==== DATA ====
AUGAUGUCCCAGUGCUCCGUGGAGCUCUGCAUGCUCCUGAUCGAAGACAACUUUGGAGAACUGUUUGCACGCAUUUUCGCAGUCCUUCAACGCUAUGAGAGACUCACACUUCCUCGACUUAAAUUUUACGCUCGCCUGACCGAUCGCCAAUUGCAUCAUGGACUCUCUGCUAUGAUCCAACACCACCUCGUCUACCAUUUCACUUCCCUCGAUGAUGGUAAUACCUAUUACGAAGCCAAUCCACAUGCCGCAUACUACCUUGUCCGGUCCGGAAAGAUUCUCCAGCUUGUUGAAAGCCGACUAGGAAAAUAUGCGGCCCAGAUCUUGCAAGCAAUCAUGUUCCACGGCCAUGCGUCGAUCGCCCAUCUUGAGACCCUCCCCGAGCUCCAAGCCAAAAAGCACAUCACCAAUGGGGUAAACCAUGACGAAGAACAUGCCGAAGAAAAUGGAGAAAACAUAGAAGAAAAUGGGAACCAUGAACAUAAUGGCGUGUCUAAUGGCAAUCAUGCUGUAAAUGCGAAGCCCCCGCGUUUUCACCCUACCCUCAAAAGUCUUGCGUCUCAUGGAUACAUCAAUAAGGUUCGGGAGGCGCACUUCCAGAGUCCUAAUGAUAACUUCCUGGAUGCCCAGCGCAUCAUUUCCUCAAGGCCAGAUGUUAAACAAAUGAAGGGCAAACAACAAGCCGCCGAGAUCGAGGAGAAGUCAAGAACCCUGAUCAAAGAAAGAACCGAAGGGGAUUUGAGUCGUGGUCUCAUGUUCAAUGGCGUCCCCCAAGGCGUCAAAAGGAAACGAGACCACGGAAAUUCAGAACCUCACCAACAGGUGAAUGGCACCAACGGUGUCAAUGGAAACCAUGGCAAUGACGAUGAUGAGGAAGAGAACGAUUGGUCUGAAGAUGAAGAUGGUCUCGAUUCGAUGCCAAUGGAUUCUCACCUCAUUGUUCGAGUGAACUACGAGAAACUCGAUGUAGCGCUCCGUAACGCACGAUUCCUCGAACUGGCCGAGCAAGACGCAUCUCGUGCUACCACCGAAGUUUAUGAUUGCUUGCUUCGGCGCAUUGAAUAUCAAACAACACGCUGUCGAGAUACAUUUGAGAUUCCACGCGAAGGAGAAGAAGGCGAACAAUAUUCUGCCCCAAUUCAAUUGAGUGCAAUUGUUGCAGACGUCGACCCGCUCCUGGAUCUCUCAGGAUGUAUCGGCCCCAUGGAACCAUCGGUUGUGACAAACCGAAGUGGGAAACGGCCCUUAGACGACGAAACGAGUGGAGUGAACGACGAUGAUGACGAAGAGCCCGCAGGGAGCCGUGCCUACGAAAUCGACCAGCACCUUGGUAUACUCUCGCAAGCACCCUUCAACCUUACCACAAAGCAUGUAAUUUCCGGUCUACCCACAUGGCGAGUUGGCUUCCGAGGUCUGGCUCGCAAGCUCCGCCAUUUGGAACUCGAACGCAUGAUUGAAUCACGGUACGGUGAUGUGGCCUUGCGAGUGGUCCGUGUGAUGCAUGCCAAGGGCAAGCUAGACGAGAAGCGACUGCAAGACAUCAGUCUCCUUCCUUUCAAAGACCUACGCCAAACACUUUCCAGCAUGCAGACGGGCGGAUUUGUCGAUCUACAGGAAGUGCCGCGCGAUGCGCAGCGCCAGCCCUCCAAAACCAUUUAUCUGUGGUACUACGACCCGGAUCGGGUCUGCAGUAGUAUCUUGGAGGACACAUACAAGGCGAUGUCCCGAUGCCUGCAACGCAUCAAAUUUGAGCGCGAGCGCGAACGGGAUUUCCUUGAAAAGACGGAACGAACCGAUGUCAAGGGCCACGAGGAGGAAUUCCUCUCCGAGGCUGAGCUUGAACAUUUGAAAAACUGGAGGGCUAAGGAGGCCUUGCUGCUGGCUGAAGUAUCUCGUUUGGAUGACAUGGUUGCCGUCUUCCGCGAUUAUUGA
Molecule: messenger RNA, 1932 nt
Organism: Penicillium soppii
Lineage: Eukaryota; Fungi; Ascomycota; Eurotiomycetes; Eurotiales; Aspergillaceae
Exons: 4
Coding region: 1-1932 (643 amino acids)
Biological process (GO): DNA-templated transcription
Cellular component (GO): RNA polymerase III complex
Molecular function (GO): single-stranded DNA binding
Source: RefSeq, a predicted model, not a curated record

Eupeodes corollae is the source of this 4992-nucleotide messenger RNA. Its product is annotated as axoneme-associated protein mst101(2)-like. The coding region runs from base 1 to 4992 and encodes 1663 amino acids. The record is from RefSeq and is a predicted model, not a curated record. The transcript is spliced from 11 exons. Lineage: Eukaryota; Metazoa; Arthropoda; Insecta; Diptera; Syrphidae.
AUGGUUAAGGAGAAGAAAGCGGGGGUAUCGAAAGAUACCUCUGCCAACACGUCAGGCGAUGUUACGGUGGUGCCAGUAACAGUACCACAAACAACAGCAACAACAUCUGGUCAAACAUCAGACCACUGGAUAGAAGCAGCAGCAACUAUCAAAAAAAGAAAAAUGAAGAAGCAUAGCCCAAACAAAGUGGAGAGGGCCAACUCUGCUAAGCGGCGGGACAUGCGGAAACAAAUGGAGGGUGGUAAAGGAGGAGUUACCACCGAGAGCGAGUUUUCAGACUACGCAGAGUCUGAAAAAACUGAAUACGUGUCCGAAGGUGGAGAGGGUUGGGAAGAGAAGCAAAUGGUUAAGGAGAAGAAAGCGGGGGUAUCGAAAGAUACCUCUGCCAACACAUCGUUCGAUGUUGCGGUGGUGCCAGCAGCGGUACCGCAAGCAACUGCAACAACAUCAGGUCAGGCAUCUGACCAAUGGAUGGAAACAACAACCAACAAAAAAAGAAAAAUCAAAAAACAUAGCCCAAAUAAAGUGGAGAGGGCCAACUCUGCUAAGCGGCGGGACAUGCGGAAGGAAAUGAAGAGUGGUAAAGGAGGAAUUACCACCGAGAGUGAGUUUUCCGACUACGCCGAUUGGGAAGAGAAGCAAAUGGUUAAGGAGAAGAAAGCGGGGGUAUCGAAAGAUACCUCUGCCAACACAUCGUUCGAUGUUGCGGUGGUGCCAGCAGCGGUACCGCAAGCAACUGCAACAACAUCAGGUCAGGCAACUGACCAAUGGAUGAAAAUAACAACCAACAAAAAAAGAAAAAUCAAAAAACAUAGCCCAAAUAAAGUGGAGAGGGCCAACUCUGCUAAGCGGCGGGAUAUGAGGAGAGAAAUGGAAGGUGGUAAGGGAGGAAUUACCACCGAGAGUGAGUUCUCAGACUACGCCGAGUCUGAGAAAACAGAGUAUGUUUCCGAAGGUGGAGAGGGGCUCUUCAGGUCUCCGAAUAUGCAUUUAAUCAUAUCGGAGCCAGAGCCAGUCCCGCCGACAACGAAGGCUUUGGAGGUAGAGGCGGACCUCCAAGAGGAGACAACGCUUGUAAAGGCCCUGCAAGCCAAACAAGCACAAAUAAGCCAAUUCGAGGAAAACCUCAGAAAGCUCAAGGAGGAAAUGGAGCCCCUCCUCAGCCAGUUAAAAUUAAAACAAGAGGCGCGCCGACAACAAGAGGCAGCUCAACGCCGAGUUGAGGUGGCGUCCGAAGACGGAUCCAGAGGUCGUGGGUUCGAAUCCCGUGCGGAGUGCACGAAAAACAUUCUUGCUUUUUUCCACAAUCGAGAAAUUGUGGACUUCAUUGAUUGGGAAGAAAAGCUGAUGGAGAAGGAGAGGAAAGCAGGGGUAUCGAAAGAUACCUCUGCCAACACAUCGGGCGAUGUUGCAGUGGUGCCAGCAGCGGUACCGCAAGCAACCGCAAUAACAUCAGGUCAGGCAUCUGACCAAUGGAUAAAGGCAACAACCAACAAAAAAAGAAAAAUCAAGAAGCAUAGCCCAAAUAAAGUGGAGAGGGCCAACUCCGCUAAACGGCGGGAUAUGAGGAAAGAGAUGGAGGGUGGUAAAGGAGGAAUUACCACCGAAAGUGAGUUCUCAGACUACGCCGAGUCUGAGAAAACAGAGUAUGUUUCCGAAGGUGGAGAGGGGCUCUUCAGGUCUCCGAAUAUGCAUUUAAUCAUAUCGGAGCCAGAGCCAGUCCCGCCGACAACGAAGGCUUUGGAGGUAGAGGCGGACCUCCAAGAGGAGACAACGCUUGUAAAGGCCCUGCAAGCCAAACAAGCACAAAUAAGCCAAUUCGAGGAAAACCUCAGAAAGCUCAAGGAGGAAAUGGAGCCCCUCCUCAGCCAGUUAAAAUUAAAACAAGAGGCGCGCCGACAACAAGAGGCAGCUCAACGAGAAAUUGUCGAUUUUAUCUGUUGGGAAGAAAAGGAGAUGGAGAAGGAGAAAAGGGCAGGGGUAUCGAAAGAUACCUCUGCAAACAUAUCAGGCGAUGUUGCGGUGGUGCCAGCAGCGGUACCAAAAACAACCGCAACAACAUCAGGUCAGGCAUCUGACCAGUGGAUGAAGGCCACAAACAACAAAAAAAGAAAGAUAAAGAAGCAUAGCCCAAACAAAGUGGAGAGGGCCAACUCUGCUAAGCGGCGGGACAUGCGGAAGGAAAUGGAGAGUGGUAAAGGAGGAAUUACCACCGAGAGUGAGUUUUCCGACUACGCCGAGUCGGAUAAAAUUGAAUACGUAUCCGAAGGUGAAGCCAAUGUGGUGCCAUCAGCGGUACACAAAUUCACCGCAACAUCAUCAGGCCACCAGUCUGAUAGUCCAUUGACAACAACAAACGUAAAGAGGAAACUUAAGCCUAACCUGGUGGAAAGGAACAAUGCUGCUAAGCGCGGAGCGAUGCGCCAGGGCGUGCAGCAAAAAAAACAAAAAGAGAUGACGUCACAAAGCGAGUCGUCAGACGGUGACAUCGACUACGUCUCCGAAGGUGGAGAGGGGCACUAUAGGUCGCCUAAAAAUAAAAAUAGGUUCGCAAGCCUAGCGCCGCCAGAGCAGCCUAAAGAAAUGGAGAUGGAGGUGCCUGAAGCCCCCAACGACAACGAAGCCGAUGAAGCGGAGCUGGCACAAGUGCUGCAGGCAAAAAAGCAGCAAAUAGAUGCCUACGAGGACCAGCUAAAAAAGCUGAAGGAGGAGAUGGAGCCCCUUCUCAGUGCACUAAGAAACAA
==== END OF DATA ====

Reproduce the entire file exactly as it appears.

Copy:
AUGAUGUCCCAGUGCUCCGUGGAGCUCUGCAUGCUCCUGAUCGAAGACAACUUUGGAGAACUGUUUGCACGCAUUUUCGCAGUCCUUCAACGCUAUGAGAGACUCACACUUCCUCGACUUAAAUUUUACGCUCGCCUGACCGAUCGCCAAUUGCAUCAUGGACUCUCUGCUAUGAUCCAACACCACCUCGUCUACCAUUUCACUUCCCUCGAUGAUGGUAAUACCUAUUACGAAGCCAAUCCACAUGCCGCAUACUACCUUGUCCGGUCCGGAAAGAUUCUCCAGCUUGUUGAAAGCCGACUAGGAAAAUAUGCGGCCCAGAUCUUGCAAGCAAUCAUGUUCCACGGCCAUGCGUCGAUCGCCCAUCUUGAGACCCUCCCCGAGCUCCAAGCCAAAAAGCACAUCACCAAUGGGGUAAACCAUGACGAAGAACAUGCCGAAGAAAAUGGAGAAAACAUAGAAGAAAAUGGGAACCAUGAACAUAAUGGCGUGUCUAAUGGCAAUCAUGCUGUAAAUGCGAAGCCCCCGCGUUUUCACCCUACCCUCAAAAGUCUUGCGUCUCAUGGAUACAUCAAUAAGGUUCGGGAGGCGCACUUCCAGAGUCCUAAUGAUAACUUCCUGGAUGCCCAGCGCAUCAUUUCCUCAAGGCCAGAUGUUAAACAAAUGAAGGGCAAACAACAAGCCGCCGAGAUCGAGGAGAAGUCAAGAACCCUGAUCAAAGAAAGAACCGAAGGGGAUUUGAGUCGUGGUCUCAUGUUCAAUGGCGUCCCCCAAGGCGUCAAAAGGAAACGAGACCACGGAAAUUCAGAACCUCACCAACAGGUGAAUGGCACCAACGGUGUCAAUGGAAACCAUGGCAAUGACGAUGAUGAGGAAGAGAACGAUUGGUCUGAAGAUGAAGAUGGUCUCGAUUCGAUGCCAAUGGAUUCUCACCUCAUUGUUCGAGUGAACUACGAGAAACUCGAUGUAGCGCUCCGUAACGCACGAUUCCUCGAACUGGCCGAGCAAGACGCAUCUCGUGCUACCACCGAAGUUUAUGAUUGCUUGCUUCGGCGCAUUGAAUAUCAAACAACACGCUGUCGAGAUACAUUUGAGAUUCCACGCGAAGGAGAAGAAGGCGAACAAUAUUCUGCCCCAAUUCAAUUGAGUGCAAUUGUUGCAGACGUCGACCCGCUCCUGGAUCUCUCAGGAUGUAUCGGCCCCAUGGAACCAUCGGUUGUGACAAACCGAAGUGGGAAACGGCCCUUAGACGACGAAACGAGUGGAGUGAACGACGAUGAUGACGAAGAGCCCGCAGGGAGCCGUGCCUACGAAAUCGACCAGCACCUUGGUAUACUCUCGCAAGCACCCUUCAACCUUACCACAAAGCAUGUAAUUUCCGGUCUACCCACAUGGCGAGUUGGCUUCCGAGGUCUGGCUCGCAAGCUCCGCCAUUUGGAACUCGAACGCAUGAUUGAAUCACGGUACGGUGAUGUGGCCUUGCGAGUGGUCCGUGUGAUGCAUGCCAAGGGCAAGCUAGACGAGAAGCGACUGCAAGACAUCAGUCUCCUUCCUUUCAAAGACCUACGCCAAACACUUUCCAGCAUGCAGACGGGCGGAUUUGUCGAUCUACAGGAAGUGCCGCGCGAUGCGCAGCGCCAGCCCUCCAAAACCAUUUAUCUGUGGUACUACGACCCGGAUCGGGUCUGCAGUAGUAUCUUGGAGGACACAUACAAGGCGAUGUCCCGAUGCCUGCAACGCAUCAAAUUUGAGCGCGAGCGCGAACGGGAUUUCCUUGAAAAGACGGAACGAACCGAUGUCAAGGGCCACGAGGAGGAAUUCCUCUCCGAGGCUGAGCUUGAACAUUUGAAAAACUGGAGGGCUAAGGAGGCCUUGCUGCUGGCUGAAGUAUCUCGUUUGGAUGACAUGGUUGCCGUCUUCCGCGAUUAUUGA
Molecule: messenger RNA, 1932 nt
Organism: Penicillium soppii
Lineage: Eukaryota; Fungi; Ascomycota; Eurotiomycetes; Eurotiales; Aspergillaceae
Exons: 4
Coding region: 1-1932 (643 amino acids)
Biological process (GO): DNA-templated transcription
Cellular component (GO): RNA polymerase III complex
Molecular function (GO): single-stranded DNA binding
Source: RefSeq, a predicted model, not a curated record

Eupeodes corollae is the source of this 4992-nucleotide messenger RNA. Its product is annotated as axoneme-associated protein mst101(2)-like. The coding region runs from base 1 to 4992 and encodes 1663 amino acids. The record is from RefSeq and is a predicted model, not a curated record. The transcript is spliced from 11 exons. Lineage: Eukaryota; Metazoa; Arthropoda; Insecta; Diptera; Syrphidae.
AUGGUUAAGGAGAAGAAAGCGGGGGUAUCGAAAGAUACCUCUGCCAACACGUCAGGCGAUGUUACGGUGGUGCCAGUAACAGUACCACAAACAACAGCAACAACAUCUGGUCAAACAUCAGACCACUGGAUAGAAGCAGCAGCAACUAUCAAAAAAAGAAAAAUGAAGAAGCAUAGCCCAAACAAAGUGGAGAGGGCCAACUCUGCUAAGCGGCGGGACAUGCGGAAACAAAUGGAGGGUGGUAAAGGAGGAGUUACCACCGAGAGCGAGUUUUCAGACUACGCAGAGUCUGAAAAAACUGAAUACGUGUCCGAAGGUGGAGAGGGUUGGGAAGAGAAGCAAAUGGUUAAGGAGAAGAAAGCGGGGGUAUCGAAAGAUACCUCUGCCAACACAUCGUUCGAUGUUGCGGUGGUGCCAGCAGCGGUACCGCAAGCAACUGCAACAACAUCAGGUCAGGCAUCUGACCAAUGGAUGGAAACAACAACCAACAAAAAAAGAAAAAUCAAAAAACAUAGCCCAAAUAAAGUGGAGAGGGCCAACUCUGCUAAGCGGCGGGACAUGCGGAAGGAAAUGAAGAGUGGUAAAGGAGGAAUUACCACCGAGAGUGAGUUUUCCGACUACGCCGAUUGGGAAGAGAAGCAAAUGGUUAAGGAGAAGAAAGCGGGGGUAUCGAAAGAUACCUCUGCCAACACAUCGUUCGAUGUUGCGGUGGUGCCAGCAGCGGUACCGCAAGCAACUGCAACAACAUCAGGUCAGGCAACUGACCAAUGGAUGAAAAUAACAACCAACAAAAAAAGAAAAAUCAAAAAACAUAGCCCAAAUAAAGUGGAGAGGGCCAACUCUGCUAAGCGGCGGGAUAUGAGGAGAGAAAUGGAAGGUGGUAAGGGAGGAAUUACCACCGAGAGUGAGUUCUCAGACUACGCCGAGUCUGAGAAAACAGAGUAUGUUUCCGAAGGUGGAGAGGGGCUCUUCAGGUCUCCGAAUAUGCAUUUAAUCAUAUCGGAGCCAGAGCCAGUCCCGCCGACAACGAAGGCUUUGGAGGUAGAGGCGGACCUCCAAGAGGAGACAACGCUUGUAAAGGCCCUGCAAGCCAAACAAGCACAAAUAAGCCAAUUCGAGGAAAACCUCAGAAAGCUCAAGGAGGAAAUGGAGCCCCUCCUCAGCCAGUUAAAAUUAAAACAAGAGGCGCGCCGACAACAAGAGGCAGCUCAACGCCGAGUUGAGGUGGCGUCCGAAGACGGAUCCAGAGGUCGUGGGUUCGAAUCCCGUGCGGAGUGCACGAAAAACAUUCUUGCUUUUUUCCACAAUCGAGAAAUUGUGGACUUCAUUGAUUGGGAAGAAAAGCUGAUGGAGAAGGAGAGGAAAGCAGGGGUAUCGAAAGAUACCUCUGCCAACACAUCGGGCGAUGUUGCAGUGGUGCCAGCAGCGGUACCGCAAGCAACCGCAAUAACAUCAGGUCAGGCAUCUGACCAAUGGAUAAAGGCAACAACCAACAAAAAAAGAAAAAUCAAGAAGCAUAGCCCAAAUAAAGUGGAGAGGGCCAACUCCGCUAAACGGCGGGAUAUGAGGAAAGAGAUGGAGGGUGGUAAAGGAGGAAUUACCACCGAAAGUGAGUUCUCAGACUACGCCGAGUCUGAGAAAACAGAGUAUGUUUCCGAAGGUGGAGAGGGGCUCUUCAGGUCUCCGAAUAUGCAUUUAAUCAUAUCGGAGCCAGAGCCAGUCCCGCCGACAACGAAGGCUUUGGAGGUAGAGGCGGACCUCCAAGAGGAGACAACGCUUGUAAAGGCCCUGCAAGCCAAACAAGCACAAAUAAGCCAAUUCGAGGAAAACCUCAGAAAGCUCAAGGAGGAAAUGGAGCCCCUCCUCAGCCAGUUAAAAUUAAAACAAGAGGCGCGCCGACAACAAGAGGCAGCUCAACGAGAAAUUGUCGAUUUUAUCUGUUGGGAAGAAAAGGAGAUGGAGAAGGAGAAAAGGGCAGGGGUAUCGAAAGAUACCUCUGCAAACAUAUCAGGCGAUGUUGCGGUGGUGCCAGCAGCGGUACCAAAAACAACCGCAACAACAUCAGGUCAGGCAUCUGACCAGUGGAUGAAGGCCACAAACAACAAAAAAAGAAAGAUAAAGAAGCAUAGCCCAAACAAAGUGGAGAGGGCCAACUCUGCUAAGCGGCGGGACAUGCGGAAGGAAAUGGAGAGUGGUAAAGGAGGAAUUACCACCGAGAGUGAGUUUUCCGACUACGCCGAGUCGGAUAAAAUUGAAUACGUAUCCGAAGGUGAAGCCAAUGUGGUGCCAUCAGCGGUACACAAAUUCACCGCAACAUCAUCAGGCCACCAGUCUGAUAGUCCAUUGACAACAACAAACGUAAAGAGGAAACUUAAGCCUAACCUGGUGGAAAGGAACAAUGCUGCUAAGCGCGGAGCGAUGCGCCAGGGCGUGCAGCAAAAAAAACAAAAAGAGAUGACGUCACAAAGCGAGUCGUCAGACGGUGACAUCGACUACGUCUCCGAAGGUGGAGAGGGGCACUAUAGGUCGCCUAAAAAUAAAAAUAGGUUCGCAAGCCUAGCGCCGCCAGAGCAGCCUAAAGAAAUGGAGAUGGAGGUGCCUGAAGCCCCCAACGACAACGAAGCCGAUGAAGCGGAGCUGGCACAAGUGCUGCAGGCAAAAAAGCAGCAAAUAGAUGCCUACGAGGACCAGCUAAAAAAGCUGAAGGAGGAGAUGGAGCCCCUUCUCAGUGCACUAAGAAACAA